The first change appears in the coverage criteria section where CMS clarifies the definition of Central Sleep Apnea (CSA). Central Sleep Apnea is defined by the following criteria:
- The sum total of central apneas plus central hypopneas is greater than 50% of the total apneas and hypopneas; and
- A central apnea-central hypopnea index (CAHI) is greater than or equal to 5 events per hour; and
- The presence of at least one of the following:
- Difficulty initiating or maintaining sleep, frequent awakenings, or non-restorative sleep
- Awakening short of breath
- Witnessed apneas
- There is no evidence of daytime or nocturnal hypoventilation
- With use of a positive airway pressure device without a backup rate (E0601 or E0470), the polysomnogram (PSG) shows a pattern of apneas and hypopneas that demonstrates the persistence or emergence of central apneas or central hypopneas upon exposure to CPAP (E0601) or a bi-level device without backup rate (E0470) device when titrated to the point where obstructive events have been effectively treated (obstructive AHI less than 5 per hour).
- After resolution of the obstructive events, the sum total of central apneas plus central hypopneas is greater than 50% of the total apneas and hypopneas; and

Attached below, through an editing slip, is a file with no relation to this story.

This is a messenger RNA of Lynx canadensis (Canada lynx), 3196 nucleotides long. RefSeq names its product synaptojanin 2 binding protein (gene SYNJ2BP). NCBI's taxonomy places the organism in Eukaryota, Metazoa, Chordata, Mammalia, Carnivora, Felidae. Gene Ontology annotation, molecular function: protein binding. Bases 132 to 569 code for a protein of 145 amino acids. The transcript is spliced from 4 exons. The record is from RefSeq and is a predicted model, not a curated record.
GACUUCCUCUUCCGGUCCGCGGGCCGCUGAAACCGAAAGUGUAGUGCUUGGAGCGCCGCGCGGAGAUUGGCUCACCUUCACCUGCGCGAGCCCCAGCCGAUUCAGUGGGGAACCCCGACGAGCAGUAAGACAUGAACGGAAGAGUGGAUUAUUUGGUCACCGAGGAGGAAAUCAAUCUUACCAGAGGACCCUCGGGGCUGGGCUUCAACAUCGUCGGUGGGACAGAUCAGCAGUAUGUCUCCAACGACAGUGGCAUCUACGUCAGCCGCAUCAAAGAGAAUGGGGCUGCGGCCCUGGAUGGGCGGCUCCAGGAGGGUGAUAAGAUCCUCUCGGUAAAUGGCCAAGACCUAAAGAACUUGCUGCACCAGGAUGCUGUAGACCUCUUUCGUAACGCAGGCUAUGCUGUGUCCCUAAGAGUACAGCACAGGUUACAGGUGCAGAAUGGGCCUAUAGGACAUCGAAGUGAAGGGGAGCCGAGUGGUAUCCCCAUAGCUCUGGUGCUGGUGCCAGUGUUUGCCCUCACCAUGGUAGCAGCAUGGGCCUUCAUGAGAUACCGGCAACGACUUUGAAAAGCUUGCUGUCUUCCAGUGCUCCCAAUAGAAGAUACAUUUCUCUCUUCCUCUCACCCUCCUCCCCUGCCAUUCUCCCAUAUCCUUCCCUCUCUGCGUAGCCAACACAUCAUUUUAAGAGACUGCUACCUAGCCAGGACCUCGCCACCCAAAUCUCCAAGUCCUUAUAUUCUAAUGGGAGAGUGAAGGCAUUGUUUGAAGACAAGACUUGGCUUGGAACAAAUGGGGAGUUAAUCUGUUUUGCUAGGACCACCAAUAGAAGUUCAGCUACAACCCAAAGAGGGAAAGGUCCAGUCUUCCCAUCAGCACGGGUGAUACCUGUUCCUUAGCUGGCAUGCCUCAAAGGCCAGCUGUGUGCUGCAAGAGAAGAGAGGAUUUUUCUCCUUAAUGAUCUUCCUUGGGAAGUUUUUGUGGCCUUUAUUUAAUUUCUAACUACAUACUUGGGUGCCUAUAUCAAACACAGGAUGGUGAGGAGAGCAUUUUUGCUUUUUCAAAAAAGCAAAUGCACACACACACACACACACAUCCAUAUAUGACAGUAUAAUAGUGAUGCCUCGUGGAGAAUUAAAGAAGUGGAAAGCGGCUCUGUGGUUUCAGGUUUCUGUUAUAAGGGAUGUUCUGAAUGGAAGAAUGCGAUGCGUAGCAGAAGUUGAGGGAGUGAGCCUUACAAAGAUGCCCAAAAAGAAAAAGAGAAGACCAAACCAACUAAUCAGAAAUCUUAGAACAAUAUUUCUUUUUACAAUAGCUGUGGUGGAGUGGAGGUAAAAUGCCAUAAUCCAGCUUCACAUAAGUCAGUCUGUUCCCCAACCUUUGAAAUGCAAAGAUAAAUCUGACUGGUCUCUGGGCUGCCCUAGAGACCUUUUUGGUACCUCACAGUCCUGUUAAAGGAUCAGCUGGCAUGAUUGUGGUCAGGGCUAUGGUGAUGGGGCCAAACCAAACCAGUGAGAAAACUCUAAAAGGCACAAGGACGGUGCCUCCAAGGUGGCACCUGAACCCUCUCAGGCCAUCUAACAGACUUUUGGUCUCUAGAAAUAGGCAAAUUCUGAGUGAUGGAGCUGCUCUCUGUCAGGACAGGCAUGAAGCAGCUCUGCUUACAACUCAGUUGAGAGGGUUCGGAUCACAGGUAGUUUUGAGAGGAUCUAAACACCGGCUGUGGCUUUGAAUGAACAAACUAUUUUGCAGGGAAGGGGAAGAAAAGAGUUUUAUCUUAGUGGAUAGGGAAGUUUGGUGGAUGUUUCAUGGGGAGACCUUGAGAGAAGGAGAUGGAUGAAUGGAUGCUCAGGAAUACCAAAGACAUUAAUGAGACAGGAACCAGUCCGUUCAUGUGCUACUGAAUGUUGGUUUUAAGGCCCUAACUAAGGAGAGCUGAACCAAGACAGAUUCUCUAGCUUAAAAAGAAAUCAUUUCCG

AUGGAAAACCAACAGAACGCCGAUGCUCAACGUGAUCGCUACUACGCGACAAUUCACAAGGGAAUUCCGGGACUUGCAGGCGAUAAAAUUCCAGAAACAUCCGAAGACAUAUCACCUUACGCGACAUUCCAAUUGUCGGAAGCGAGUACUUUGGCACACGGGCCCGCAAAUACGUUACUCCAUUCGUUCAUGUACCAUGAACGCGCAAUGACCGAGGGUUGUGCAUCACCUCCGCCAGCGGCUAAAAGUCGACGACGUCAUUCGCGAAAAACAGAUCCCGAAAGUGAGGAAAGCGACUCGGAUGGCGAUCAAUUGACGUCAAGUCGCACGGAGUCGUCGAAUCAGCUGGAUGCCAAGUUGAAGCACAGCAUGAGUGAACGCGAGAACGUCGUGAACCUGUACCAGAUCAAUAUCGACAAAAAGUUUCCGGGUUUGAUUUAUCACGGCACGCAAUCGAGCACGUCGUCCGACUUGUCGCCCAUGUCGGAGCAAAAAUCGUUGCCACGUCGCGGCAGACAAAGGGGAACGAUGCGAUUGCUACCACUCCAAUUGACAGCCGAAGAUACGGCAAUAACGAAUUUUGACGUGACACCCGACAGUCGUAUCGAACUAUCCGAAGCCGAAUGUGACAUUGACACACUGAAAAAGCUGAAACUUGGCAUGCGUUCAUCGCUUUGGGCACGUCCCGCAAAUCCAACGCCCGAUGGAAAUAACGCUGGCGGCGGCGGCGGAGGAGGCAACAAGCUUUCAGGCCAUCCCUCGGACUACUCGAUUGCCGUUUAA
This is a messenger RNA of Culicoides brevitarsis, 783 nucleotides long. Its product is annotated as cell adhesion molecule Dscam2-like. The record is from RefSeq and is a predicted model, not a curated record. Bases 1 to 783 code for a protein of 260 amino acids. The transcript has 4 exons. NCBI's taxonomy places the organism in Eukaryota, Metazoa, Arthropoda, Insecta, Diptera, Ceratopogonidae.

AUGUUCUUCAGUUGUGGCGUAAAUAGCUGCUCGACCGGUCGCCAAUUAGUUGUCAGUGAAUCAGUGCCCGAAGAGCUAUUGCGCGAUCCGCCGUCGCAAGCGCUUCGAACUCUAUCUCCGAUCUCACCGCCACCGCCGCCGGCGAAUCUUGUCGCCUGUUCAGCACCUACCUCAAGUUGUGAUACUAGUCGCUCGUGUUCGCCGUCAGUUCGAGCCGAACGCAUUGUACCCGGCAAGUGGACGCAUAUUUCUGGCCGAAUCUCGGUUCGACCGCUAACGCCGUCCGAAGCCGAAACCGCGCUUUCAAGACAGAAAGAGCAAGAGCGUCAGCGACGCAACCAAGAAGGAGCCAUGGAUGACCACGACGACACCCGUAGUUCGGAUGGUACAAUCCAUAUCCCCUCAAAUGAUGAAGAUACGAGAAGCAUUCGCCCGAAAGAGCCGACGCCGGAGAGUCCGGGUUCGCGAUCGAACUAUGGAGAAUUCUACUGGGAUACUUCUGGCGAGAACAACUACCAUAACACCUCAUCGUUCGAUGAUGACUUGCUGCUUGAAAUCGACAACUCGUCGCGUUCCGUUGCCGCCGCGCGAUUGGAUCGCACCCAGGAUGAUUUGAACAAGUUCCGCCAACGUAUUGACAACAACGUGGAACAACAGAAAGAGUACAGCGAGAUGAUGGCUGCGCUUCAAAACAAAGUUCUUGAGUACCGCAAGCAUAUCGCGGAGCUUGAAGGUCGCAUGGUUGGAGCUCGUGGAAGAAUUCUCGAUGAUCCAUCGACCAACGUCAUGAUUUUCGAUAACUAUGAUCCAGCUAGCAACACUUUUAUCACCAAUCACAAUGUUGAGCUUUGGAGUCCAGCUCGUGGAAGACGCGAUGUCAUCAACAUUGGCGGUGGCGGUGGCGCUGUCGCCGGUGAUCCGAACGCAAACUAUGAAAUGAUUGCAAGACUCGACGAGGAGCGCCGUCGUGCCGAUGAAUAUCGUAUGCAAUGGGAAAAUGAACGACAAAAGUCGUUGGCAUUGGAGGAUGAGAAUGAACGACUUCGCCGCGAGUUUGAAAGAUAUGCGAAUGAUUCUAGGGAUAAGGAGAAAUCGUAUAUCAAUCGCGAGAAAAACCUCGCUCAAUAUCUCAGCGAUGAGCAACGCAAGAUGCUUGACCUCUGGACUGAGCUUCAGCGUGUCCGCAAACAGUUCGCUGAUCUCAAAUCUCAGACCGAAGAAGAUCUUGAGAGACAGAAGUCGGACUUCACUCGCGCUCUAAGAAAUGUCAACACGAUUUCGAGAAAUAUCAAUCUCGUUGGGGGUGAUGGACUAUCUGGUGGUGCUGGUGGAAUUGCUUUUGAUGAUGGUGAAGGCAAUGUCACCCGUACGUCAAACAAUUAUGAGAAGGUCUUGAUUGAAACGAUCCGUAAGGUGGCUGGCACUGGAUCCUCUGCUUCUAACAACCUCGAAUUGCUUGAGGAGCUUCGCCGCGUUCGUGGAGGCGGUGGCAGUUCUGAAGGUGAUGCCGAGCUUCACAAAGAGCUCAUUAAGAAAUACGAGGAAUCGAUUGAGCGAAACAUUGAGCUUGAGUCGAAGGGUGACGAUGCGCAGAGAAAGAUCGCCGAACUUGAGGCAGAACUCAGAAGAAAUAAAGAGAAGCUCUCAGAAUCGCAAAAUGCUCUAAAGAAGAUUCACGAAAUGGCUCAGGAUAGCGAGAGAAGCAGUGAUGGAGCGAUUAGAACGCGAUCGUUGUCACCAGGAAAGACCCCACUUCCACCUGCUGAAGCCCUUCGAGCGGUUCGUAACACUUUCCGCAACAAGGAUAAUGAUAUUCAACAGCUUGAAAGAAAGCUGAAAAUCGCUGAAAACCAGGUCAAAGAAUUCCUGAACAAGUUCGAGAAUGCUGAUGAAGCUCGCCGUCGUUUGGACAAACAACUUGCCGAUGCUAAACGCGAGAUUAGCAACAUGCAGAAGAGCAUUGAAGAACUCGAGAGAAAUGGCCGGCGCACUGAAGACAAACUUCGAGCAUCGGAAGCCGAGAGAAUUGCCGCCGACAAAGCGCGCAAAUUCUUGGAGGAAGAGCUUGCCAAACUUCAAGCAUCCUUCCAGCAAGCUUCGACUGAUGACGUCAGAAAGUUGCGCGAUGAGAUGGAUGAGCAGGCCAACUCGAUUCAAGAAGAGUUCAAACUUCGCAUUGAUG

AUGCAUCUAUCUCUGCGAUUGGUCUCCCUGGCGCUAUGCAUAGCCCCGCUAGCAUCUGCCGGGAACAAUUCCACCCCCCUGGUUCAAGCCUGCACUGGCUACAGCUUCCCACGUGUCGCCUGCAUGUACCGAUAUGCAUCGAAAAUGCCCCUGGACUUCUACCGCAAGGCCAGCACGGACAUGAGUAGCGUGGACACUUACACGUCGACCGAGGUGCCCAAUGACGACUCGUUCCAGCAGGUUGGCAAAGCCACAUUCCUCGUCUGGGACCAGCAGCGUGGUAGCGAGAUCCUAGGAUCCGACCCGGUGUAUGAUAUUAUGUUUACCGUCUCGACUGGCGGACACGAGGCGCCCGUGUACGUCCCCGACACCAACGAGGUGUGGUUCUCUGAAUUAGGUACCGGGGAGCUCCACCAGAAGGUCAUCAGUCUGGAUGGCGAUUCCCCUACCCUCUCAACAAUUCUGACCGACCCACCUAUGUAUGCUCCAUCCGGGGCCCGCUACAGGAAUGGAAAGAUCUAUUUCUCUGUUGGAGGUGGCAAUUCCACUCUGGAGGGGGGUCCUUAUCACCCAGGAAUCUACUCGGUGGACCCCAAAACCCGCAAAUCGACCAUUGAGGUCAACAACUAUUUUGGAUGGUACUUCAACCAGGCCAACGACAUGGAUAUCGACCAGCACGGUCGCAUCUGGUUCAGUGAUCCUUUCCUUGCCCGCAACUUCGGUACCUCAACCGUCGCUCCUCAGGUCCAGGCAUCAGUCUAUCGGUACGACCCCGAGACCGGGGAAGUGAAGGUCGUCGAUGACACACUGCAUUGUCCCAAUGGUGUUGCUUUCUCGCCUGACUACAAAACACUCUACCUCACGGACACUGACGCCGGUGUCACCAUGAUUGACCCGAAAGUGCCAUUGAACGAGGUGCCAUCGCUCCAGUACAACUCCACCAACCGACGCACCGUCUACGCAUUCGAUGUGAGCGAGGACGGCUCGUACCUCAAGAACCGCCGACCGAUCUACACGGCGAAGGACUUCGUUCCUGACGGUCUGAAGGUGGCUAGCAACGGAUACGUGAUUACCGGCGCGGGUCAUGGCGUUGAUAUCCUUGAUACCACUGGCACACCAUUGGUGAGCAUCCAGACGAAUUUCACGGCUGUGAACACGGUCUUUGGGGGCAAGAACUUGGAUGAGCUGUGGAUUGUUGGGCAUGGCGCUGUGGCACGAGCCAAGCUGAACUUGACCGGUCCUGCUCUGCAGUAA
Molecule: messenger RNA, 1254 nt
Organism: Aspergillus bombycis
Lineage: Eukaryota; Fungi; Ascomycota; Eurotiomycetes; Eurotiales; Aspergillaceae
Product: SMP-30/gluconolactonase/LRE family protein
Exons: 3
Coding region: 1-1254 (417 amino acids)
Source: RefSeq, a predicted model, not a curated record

- After resolution of the obstructive events, a central apnea-central hypopnea index (CAHI) greater than or equal to 5 per hour.
Additional language was included to qualify a patient with Severe COPD. In the prior policy, it states that before initiating therapy, Obstructive Sleep Apnea and treatment with a CPAP must be considered and ruled out. This statement is modified in the new policy to add a note indicating “Formal sleep testing is not required if there is sufficient information in the medical record to demonstrate that the beneficiary does not suffer from some form of sleep apnea (Obstructive Sleep Apnea (OSA), CSA and/or Comp SA) as the predominant cause of awake hypercapnia or nocturnal arterial oxygen desaturation.”
Criteria for qualifying a patient with Hypoventilation Syndrome for an E0470 and E0471 have also been modified significantly to address the use of a Home Sleep Study to determine oxygen saturation. The revision applies to the Hypoventilation diagnosis group, and the Coverage Guidance stipulates that not all types of HST are appropriate for CSA or Complex Sleep Apnea diagnosis groups). Under the prior policy, only a facility based PSG was allowed as a qualifying test for hypoventilation. The update adds a significant section on defining different types of sleep studies and defining which studies can be used to qualify a patient in specific diagnostic scenarios. This section also breaks down who may interpret the study (the same four parameters that exist in the PAP LCD: ABMS, ABSM, staff privileges at an accredited lab or residents waiting for their first exam in sleep medicine).
Throughout the policy, greater than and less than symbols are replaced with the written form.
It is important to consider these changes and how they will impact current protocols. In some cases these clarifications require additional scrutiny of the testing data and in others it opens the door to less restrictive requirements. Currently, the E0470 (Respiratory Assist Device) is under prepayment review in Jurisdiction D; however, when the data supports examination, other contractors often follow suite and initiate reviews for these codes.